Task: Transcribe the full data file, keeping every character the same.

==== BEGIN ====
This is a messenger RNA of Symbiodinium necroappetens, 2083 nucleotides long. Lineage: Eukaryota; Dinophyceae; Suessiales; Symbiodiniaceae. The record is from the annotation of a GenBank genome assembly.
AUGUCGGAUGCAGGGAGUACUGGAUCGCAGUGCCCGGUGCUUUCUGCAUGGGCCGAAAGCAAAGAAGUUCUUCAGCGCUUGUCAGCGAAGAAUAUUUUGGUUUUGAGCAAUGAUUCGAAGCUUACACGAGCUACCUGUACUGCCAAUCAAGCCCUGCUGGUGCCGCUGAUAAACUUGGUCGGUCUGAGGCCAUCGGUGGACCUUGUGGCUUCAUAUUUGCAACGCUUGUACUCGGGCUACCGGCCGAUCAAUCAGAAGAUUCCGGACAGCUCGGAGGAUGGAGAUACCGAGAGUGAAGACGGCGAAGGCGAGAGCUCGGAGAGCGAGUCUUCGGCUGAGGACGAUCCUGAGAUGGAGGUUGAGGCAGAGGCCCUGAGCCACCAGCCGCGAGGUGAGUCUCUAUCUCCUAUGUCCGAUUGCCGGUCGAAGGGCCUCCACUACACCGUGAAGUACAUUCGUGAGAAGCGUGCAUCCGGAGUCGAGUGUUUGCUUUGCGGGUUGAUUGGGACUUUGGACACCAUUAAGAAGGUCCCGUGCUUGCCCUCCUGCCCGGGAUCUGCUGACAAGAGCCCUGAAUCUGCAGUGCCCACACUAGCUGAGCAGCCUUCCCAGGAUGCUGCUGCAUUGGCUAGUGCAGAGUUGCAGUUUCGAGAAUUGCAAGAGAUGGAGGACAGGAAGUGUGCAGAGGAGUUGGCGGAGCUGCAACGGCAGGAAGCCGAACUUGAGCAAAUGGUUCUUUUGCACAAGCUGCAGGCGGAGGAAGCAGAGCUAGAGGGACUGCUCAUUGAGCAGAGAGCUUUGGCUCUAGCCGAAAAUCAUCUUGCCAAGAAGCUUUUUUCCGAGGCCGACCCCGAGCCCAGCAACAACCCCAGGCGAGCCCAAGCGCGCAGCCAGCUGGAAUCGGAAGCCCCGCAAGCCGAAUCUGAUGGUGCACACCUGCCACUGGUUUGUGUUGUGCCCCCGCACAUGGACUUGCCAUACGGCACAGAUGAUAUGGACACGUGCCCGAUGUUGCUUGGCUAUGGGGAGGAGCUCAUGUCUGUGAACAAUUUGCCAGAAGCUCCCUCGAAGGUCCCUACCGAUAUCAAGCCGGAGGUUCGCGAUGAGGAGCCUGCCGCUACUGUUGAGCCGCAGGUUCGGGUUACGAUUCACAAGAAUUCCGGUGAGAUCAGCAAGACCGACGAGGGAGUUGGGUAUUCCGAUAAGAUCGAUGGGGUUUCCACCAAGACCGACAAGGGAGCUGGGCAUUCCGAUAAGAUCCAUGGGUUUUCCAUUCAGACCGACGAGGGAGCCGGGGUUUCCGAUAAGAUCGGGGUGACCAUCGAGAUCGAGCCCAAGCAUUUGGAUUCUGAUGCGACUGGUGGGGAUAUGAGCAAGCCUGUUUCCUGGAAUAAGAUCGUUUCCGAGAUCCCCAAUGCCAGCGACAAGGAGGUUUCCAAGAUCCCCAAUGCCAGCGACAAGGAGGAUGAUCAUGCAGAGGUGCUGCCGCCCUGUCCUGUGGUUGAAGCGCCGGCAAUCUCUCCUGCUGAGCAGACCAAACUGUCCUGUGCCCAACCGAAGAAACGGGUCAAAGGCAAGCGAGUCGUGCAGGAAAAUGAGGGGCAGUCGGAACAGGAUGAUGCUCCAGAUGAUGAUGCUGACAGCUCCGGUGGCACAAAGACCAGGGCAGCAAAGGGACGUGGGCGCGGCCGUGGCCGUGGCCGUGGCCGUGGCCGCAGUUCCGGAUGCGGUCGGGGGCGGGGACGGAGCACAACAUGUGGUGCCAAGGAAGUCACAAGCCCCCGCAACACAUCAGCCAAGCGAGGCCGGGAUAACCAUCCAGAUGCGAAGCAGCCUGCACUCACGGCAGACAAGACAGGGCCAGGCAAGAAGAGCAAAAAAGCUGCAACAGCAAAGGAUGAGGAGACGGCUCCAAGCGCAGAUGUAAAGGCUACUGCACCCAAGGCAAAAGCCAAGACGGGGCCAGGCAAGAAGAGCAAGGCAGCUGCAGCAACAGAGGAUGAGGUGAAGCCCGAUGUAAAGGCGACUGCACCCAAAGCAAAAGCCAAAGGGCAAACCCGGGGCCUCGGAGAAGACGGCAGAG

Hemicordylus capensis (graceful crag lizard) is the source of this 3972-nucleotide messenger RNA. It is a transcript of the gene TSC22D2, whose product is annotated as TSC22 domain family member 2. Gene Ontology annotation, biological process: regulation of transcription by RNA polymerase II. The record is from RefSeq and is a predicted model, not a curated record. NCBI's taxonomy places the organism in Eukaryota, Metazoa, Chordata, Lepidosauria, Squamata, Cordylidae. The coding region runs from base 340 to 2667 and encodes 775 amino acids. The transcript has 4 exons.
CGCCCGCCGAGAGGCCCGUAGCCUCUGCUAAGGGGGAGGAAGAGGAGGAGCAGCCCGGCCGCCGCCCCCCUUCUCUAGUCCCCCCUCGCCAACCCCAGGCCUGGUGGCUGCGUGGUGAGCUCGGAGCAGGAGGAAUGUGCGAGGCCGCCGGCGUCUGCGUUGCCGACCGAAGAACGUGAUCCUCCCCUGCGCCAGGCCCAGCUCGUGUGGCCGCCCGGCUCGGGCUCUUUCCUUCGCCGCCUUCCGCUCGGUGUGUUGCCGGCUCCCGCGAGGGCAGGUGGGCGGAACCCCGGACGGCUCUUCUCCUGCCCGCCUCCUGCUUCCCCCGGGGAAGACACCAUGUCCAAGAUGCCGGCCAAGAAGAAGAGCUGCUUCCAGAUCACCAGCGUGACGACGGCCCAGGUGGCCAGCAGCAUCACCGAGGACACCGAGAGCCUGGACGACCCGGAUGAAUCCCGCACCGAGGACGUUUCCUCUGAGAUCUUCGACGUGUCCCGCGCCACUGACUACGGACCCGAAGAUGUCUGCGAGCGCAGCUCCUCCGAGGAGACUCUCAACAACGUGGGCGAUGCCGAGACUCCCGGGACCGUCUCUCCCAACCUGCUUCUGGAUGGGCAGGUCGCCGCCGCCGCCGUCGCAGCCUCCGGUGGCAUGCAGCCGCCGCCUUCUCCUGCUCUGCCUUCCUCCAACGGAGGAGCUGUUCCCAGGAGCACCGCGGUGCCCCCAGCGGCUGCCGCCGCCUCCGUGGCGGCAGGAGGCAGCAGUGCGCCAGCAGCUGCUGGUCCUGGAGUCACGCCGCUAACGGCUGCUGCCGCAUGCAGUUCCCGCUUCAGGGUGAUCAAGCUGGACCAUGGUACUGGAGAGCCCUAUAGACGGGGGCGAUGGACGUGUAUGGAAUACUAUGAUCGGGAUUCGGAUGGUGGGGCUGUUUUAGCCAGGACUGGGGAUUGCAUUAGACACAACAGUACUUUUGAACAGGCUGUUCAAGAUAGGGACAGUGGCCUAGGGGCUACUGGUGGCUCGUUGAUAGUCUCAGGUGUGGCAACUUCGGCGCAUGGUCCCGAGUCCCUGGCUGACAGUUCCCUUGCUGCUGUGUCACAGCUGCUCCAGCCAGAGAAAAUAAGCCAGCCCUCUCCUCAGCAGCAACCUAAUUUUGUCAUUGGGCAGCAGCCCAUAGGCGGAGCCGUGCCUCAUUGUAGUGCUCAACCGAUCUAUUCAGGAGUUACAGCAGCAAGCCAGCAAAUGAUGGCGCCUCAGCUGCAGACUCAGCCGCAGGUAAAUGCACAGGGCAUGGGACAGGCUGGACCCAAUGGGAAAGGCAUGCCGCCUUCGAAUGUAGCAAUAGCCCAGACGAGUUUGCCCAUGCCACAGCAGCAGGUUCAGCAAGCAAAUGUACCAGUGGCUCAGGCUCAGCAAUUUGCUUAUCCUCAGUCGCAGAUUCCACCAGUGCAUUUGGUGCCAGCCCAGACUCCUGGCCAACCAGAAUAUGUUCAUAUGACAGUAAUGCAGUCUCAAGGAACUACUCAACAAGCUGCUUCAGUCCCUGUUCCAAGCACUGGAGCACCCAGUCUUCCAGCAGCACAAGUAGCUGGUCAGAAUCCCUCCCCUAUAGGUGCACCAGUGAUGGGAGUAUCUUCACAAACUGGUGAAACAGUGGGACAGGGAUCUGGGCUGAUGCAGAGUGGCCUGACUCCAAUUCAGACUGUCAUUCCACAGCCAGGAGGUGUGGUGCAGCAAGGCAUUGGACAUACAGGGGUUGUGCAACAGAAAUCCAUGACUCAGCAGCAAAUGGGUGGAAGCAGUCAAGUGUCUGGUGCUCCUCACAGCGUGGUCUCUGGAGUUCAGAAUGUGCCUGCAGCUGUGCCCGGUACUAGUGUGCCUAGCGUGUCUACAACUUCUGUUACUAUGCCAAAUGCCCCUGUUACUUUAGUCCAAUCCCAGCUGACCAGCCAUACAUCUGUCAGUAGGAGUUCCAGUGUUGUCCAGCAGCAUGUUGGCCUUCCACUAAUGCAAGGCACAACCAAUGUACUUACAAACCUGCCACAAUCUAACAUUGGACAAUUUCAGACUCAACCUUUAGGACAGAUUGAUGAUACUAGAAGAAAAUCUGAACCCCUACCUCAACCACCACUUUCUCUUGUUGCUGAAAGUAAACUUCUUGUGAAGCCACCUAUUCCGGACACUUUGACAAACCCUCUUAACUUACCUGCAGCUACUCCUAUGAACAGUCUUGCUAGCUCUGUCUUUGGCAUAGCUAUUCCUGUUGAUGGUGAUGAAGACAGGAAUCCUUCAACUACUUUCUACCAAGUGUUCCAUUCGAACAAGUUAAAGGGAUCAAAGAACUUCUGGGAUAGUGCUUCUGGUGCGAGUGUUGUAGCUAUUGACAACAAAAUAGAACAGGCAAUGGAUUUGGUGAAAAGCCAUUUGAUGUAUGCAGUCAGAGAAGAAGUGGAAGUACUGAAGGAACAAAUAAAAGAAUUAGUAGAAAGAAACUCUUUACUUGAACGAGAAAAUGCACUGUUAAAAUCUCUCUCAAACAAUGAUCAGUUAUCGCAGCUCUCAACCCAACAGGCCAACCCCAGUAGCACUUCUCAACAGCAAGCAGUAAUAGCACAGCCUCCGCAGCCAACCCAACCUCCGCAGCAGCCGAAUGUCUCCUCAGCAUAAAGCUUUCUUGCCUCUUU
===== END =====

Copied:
This is a messenger RNA of Symbiodinium necroappetens, 2083 nucleotides long. Lineage: Eukaryota; Dinophyceae; Suessiales; Symbiodiniaceae. The record is from the annotation of a GenBank genome assembly.
AUGUCGGAUGCAGGGAGUACUGGAUCGCAGUGCCCGGUGCUUUCUGCAUGGGCCGAAAGCAAAGAAGUUCUUCAGCGCUUGUCAGCGAAGAAUAUUUUGGUUUUGAGCAAUGAUUCGAAGCUUACACGAGCUACCUGUACUGCCAAUCAAGCCCUGCUGGUGCCGCUGAUAAACUUGGUCGGUCUGAGGCCAUCGGUGGACCUUGUGGCUUCAUAUUUGCAACGCUUGUACUCGGGCUACCGGCCGAUCAAUCAGAAGAUUCCGGACAGCUCGGAGGAUGGAGAUACCGAGAGUGAAGACGGCGAAGGCGAGAGCUCGGAGAGCGAGUCUUCGGCUGAGGACGAUCCUGAGAUGGAGGUUGAGGCAGAGGCCCUGAGCCACCAGCCGCGAGGUGAGUCUCUAUCUCCUAUGUCCGAUUGCCGGUCGAAGGGCCUCCACUACACCGUGAAGUACAUUCGUGAGAAGCGUGCAUCCGGAGUCGAGUGUUUGCUUUGCGGGUUGAUUGGGACUUUGGACACCAUUAAGAAGGUCCCGUGCUUGCCCUCCUGCCCGGGAUCUGCUGACAAGAGCCCUGAAUCUGCAGUGCCCACACUAGCUGAGCAGCCUUCCCAGGAUGCUGCUGCAUUGGCUAGUGCAGAGUUGCAGUUUCGAGAAUUGCAAGAGAUGGAGGACAGGAAGUGUGCAGAGGAGUUGGCGGAGCUGCAACGGCAGGAAGCCGAACUUGAGCAAAUGGUUCUUUUGCACAAGCUGCAGGCGGAGGAAGCAGAGCUAGAGGGACUGCUCAUUGAGCAGAGAGCUUUGGCUCUAGCCGAAAAUCAUCUUGCCAAGAAGCUUUUUUCCGAGGCCGACCCCGAGCCCAGCAACAACCCCAGGCGAGCCCAAGCGCGCAGCCAGCUGGAAUCGGAAGCCCCGCAAGCCGAAUCUGAUGGUGCACACCUGCCACUGGUUUGUGUUGUGCCCCCGCACAUGGACUUGCCAUACGGCACAGAUGAUAUGGACACGUGCCCGAUGUUGCUUGGCUAUGGGGAGGAGCUCAUGUCUGUGAACAAUUUGCCAGAAGCUCCCUCGAAGGUCCCUACCGAUAUCAAGCCGGAGGUUCGCGAUGAGGAGCCUGCCGCUACUGUUGAGCCGCAGGUUCGGGUUACGAUUCACAAGAAUUCCGGUGAGAUCAGCAAGACCGACGAGGGAGUUGGGUAUUCCGAUAAGAUCGAUGGGGUUUCCACCAAGACCGACAAGGGAGCUGGGCAUUCCGAUAAGAUCCAUGGGUUUUCCAUUCAGACCGACGAGGGAGCCGGGGUUUCCGAUAAGAUCGGGGUGACCAUCGAGAUCGAGCCCAAGCAUUUGGAUUCUGAUGCGACUGGUGGGGAUAUGAGCAAGCCUGUUUCCUGGAAUAAGAUCGUUUCCGAGAUCCCCAAUGCCAGCGACAAGGAGGUUUCCAAGAUCCCCAAUGCCAGCGACAAGGAGGAUGAUCAUGCAGAGGUGCUGCCGCCCUGUCCUGUGGUUGAAGCGCCGGCAAUCUCUCCUGCUGAGCAGACCAAACUGUCCUGUGCCCAACCGAAGAAACGGGUCAAAGGCAAGCGAGUCGUGCAGGAAAAUGAGGGGCAGUCGGAACAGGAUGAUGCUCCAGAUGAUGAUGCUGACAGCUCCGGUGGCACAAAGACCAGGGCAGCAAAGGGACGUGGGCGCGGCCGUGGCCGUGGCCGUGGCCGUGGCCGCAGUUCCGGAUGCGGUCGGGGGCGGGGACGGAGCACAACAUGUGGUGCCAAGGAAGUCACAAGCCCCCGCAACACAUCAGCCAAGCGAGGCCGGGAUAACCAUCCAGAUGCGAAGCAGCCUGCACUCACGGCAGACAAGACAGGGCCAGGCAAGAAGAGCAAAAAAGCUGCAACAGCAAAGGAUGAGGAGACGGCUCCAAGCGCAGAUGUAAAGGCUACUGCACCCAAGGCAAAAGCCAAGACGGGGCCAGGCAAGAAGAGCAAGGCAGCUGCAGCAACAGAGGAUGAGGUGAAGCCCGAUGUAAAGGCGACUGCACCCAAAGCAAAAGCCAAAGGGCAAACCCGGGGCCUCGGAGAAGACGGCAGAG

Hemicordylus capensis (graceful crag lizard) is the source of this 3972-nucleotide messenger RNA. It is a transcript of the gene TSC22D2, whose product is annotated as TSC22 domain family member 2. Gene Ontology annotation, biological process: regulation of transcription by RNA polymerase II. The record is from RefSeq and is a predicted model, not a curated record. NCBI's taxonomy places the organism in Eukaryota, Metazoa, Chordata, Lepidosauria, Squamata, Cordylidae. The coding region runs from base 340 to 2667 and encodes 775 amino acids. The transcript has 4 exons.
CGCCCGCCGAGAGGCCCGUAGCCUCUGCUAAGGGGGAGGAAGAGGAGGAGCAGCCCGGCCGCCGCCCCCCUUCUCUAGUCCCCCCUCGCCAACCCCAGGCCUGGUGGCUGCGUGGUGAGCUCGGAGCAGGAGGAAUGUGCGAGGCCGCCGGCGUCUGCGUUGCCGACCGAAGAACGUGAUCCUCCCCUGCGCCAGGCCCAGCUCGUGUGGCCGCCCGGCUCGGGCUCUUUCCUUCGCCGCCUUCCGCUCGGUGUGUUGCCGGCUCCCGCGAGGGCAGGUGGGCGGAACCCCGGACGGCUCUUCUCCUGCCCGCCUCCUGCUUCCCCCGGGGAAGACACCAUGUCCAAGAUGCCGGCCAAGAAGAAGAGCUGCUUCCAGAUCACCAGCGUGACGACGGCCCAGGUGGCCAGCAGCAUCACCGAGGACACCGAGAGCCUGGACGACCCGGAUGAAUCCCGCACCGAGGACGUUUCCUCUGAGAUCUUCGACGUGUCCCGCGCCACUGACUACGGACCCGAAGAUGUCUGCGAGCGCAGCUCCUCCGAGGAGACUCUCAACAACGUGGGCGAUGCCGAGACUCCCGGGACCGUCUCUCCCAACCUGCUUCUGGAUGGGCAGGUCGCCGCCGCCGCCGUCGCAGCCUCCGGUGGCAUGCAGCCGCCGCCUUCUCCUGCUCUGCCUUCCUCCAACGGAGGAGCUGUUCCCAGGAGCACCGCGGUGCCCCCAGCGGCUGCCGCCGCCUCCGUGGCGGCAGGAGGCAGCAGUGCGCCAGCAGCUGCUGGUCCUGGAGUCACGCCGCUAACGGCUGCUGCCGCAUGCAGUUCCCGCUUCAGGGUGAUCAAGCUGGACCAUGGUACUGGAGAGCCCUAUAGACGGGGGCGAUGGACGUGUAUGGAAUACUAUGAUCGGGAUUCGGAUGGUGGGGCUGUUUUAGCCAGGACUGGGGAUUGCAUUAGACACAACAGUACUUUUGAACAGGCUGUUCAAGAUAGGGACAGUGGCCUAGGGGCUACUGGUGGCUCGUUGAUAGUCUCAGGUGUGGCAACUUCGGCGCAUGGUCCCGAGUCCCUGGCUGACAGUUCCCUUGCUGCUGUGUCACAGCUGCUCCAGCCAGAGAAAAUAAGCCAGCCCUCUCCUCAGCAGCAACCUAAUUUUGUCAUUGGGCAGCAGCCCAUAGGCGGAGCCGUGCCUCAUUGUAGUGCUCAACCGAUCUAUUCAGGAGUUACAGCAGCAAGCCAGCAAAUGAUGGCGCCUCAGCUGCAGACUCAGCCGCAGGUAAAUGCACAGGGCAUGGGACAGGCUGGACCCAAUGGGAAAGGCAUGCCGCCUUCGAAUGUAGCAAUAGCCCAGACGAGUUUGCCCAUGCCACAGCAGCAGGUUCAGCAAGCAAAUGUACCAGUGGCUCAGGCUCAGCAAUUUGCUUAUCCUCAGUCGCAGAUUCCACCAGUGCAUUUGGUGCCAGCCCAGACUCCUGGCCAACCAGAAUAUGUUCAUAUGACAGUAAUGCAGUCUCAAGGAACUACUCAACAAGCUGCUUCAGUCCCUGUUCCAAGCACUGGAGCACCCAGUCUUCCAGCAGCACAAGUAGCUGGUCAGAAUCCCUCCCCUAUAGGUGCACCAGUGAUGGGAGUAUCUUCACAAACUGGUGAAACAGUGGGACAGGGAUCUGGGCUGAUGCAGAGUGGCCUGACUCCAAUUCAGACUGUCAUUCCACAGCCAGGAGGUGUGGUGCAGCAAGGCAUUGGACAUACAGGGGUUGUGCAACAGAAAUCCAUGACUCAGCAGCAAAUGGGUGGAAGCAGUCAAGUGUCUGGUGCUCCUCACAGCGUGGUCUCUGGAGUUCAGAAUGUGCCUGCAGCUGUGCCCGGUACUAGUGUGCCUAGCGUGUCUACAACUUCUGUUACUAUGCCAAAUGCCCCUGUUACUUUAGUCCAAUCCCAGCUGACCAGCCAUACAUCUGUCAGUAGGAGUUCCAGUGUUGUCCAGCAGCAUGUUGGCCUUCCACUAAUGCAAGGCACAACCAAUGUACUUACAAACCUGCCACAAUCUAACAUUGGACAAUUUCAGACUCAACCUUUAGGACAGAUUGAUGAUACUAGAAGAAAAUCUGAACCCCUACCUCAACCACCACUUUCUCUUGUUGCUGAAAGUAAACUUCUUGUGAAGCCACCUAUUCCGGACACUUUGACAAACCCUCUUAACUUACCUGCAGCUACUCCUAUGAACAGUCUUGCUAGCUCUGUCUUUGGCAUAGCUAUUCCUGUUGAUGGUGAUGAAGACAGGAAUCCUUCAACUACUUUCUACCAAGUGUUCCAUUCGAACAAGUUAAAGGGAUCAAAGAACUUCUGGGAUAGUGCUUCUGGUGCGAGUGUUGUAGCUAUUGACAACAAAAUAGAACAGGCAAUGGAUUUGGUGAAAAGCCAUUUGAUGUAUGCAGUCAGAGAAGAAGUGGAAGUACUGAAGGAACAAAUAAAAGAAUUAGUAGAAAGAAACUCUUUACUUGAACGAGAAAAUGCACUGUUAAAAUCUCUCUCAAACAAUGAUCAGUUAUCGCAGCUCUCAACCCAACAGGCCAACCCCAGUAGCACUUCUCAACAGCAAGCAGUAAUAGCACAGCCUCCGCAGCCAACCCAACCUCCGCAGCAGCCGAAUGUCUCCUCAGCAUAAAGCUUUCUUGCCUCUUU